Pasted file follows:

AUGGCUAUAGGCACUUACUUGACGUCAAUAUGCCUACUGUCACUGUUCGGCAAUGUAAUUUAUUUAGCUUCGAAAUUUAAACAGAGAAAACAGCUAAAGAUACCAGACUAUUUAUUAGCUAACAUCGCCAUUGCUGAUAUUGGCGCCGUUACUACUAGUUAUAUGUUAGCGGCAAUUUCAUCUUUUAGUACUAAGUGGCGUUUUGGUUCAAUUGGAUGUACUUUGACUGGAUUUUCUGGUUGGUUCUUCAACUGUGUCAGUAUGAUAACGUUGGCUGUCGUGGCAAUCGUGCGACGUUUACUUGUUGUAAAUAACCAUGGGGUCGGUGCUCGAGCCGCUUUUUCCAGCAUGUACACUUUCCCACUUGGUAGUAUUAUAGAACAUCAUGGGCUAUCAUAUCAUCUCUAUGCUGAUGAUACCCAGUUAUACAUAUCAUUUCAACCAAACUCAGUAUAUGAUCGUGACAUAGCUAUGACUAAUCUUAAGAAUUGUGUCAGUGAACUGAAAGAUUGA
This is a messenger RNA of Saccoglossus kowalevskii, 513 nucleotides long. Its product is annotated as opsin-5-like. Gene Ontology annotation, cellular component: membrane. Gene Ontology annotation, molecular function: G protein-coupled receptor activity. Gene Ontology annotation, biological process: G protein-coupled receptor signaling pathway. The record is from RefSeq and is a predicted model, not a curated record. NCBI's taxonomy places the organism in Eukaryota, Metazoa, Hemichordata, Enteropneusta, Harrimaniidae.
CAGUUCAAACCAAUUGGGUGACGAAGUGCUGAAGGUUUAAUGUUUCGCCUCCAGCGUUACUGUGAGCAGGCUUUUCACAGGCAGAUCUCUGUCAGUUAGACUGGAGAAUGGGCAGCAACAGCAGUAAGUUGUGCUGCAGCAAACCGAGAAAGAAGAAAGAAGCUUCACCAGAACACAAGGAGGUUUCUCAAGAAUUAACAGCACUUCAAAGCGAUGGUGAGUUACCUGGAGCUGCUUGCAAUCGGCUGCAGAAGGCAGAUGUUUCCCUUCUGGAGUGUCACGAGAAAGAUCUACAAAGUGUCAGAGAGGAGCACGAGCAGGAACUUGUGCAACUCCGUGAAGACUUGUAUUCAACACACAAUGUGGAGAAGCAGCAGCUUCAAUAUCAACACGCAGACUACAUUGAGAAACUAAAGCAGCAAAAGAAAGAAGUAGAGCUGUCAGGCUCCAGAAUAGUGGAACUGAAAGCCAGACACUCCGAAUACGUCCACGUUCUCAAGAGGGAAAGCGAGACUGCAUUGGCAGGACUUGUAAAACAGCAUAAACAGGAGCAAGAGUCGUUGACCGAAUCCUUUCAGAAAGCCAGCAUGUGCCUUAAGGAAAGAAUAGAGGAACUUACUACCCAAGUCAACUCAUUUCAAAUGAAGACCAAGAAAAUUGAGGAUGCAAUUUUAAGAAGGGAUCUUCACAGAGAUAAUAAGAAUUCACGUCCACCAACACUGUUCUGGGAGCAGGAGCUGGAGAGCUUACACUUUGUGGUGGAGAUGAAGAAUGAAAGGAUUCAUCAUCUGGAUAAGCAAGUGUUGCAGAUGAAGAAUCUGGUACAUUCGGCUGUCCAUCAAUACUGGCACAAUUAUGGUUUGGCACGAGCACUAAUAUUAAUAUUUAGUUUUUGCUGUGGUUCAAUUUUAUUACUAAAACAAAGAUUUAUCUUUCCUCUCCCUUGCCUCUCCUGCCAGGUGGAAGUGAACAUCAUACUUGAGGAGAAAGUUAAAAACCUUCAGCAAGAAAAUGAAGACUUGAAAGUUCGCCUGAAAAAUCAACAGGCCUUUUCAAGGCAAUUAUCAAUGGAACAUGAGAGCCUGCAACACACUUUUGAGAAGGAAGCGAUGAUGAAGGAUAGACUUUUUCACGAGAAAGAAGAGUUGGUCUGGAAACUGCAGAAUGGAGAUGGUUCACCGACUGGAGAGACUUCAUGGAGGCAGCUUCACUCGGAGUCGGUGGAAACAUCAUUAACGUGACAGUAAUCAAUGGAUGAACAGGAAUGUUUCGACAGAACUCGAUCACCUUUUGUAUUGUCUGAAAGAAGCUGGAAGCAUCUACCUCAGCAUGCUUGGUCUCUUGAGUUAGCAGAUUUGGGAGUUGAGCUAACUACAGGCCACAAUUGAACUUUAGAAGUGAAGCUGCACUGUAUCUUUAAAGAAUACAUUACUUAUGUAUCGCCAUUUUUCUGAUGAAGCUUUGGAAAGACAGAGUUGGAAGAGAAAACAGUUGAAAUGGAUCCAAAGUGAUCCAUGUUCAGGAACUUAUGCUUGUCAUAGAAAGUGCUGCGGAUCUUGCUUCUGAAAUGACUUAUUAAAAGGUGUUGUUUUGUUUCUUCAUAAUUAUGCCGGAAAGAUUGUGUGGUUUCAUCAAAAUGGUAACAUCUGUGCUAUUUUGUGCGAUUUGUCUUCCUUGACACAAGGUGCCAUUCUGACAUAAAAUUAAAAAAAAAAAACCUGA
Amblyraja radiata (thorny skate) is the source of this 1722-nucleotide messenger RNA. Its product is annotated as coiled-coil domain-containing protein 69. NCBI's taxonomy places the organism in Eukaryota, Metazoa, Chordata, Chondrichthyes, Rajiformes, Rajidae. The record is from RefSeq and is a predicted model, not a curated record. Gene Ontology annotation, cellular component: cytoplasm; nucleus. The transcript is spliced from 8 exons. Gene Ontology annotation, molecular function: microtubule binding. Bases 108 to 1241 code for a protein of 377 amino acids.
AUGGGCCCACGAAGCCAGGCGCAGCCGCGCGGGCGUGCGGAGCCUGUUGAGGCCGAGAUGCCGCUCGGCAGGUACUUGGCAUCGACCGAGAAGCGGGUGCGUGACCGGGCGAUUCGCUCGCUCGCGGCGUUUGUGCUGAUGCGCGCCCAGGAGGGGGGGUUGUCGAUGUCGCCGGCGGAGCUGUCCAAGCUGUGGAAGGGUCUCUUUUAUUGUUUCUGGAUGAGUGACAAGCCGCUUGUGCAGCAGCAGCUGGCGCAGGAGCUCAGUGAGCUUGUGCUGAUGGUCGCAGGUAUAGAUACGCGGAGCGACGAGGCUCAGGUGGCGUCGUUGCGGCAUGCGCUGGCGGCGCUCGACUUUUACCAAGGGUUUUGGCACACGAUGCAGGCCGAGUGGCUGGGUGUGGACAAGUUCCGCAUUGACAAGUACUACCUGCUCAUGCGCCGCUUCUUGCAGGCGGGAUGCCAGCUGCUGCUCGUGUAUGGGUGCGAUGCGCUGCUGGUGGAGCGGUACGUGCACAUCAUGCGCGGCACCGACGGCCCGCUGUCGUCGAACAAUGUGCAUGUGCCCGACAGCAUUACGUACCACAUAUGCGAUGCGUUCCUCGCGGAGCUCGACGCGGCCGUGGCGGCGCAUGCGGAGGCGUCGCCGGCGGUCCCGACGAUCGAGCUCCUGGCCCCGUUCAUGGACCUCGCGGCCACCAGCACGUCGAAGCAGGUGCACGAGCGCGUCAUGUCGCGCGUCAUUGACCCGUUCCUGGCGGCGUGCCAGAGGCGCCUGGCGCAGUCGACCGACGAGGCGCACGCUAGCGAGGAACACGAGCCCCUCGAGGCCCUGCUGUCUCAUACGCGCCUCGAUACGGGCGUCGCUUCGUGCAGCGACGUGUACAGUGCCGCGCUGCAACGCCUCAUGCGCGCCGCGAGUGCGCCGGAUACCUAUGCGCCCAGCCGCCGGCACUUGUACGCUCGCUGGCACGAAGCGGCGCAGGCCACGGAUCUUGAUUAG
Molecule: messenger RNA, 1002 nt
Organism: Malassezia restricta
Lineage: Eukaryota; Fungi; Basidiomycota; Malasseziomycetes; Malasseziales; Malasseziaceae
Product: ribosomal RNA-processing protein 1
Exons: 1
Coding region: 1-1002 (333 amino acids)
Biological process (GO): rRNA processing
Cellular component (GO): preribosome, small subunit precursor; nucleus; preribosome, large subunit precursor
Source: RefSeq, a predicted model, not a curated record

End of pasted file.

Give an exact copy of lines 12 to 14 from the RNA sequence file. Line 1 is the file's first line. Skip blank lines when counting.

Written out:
Biological process (GO): rRNA processing
Cellular component (GO): preribosome, small subunit precursor; nucleus; preribosome, large subunit precursor
Source: RefSeq, a predicted model, not a curated record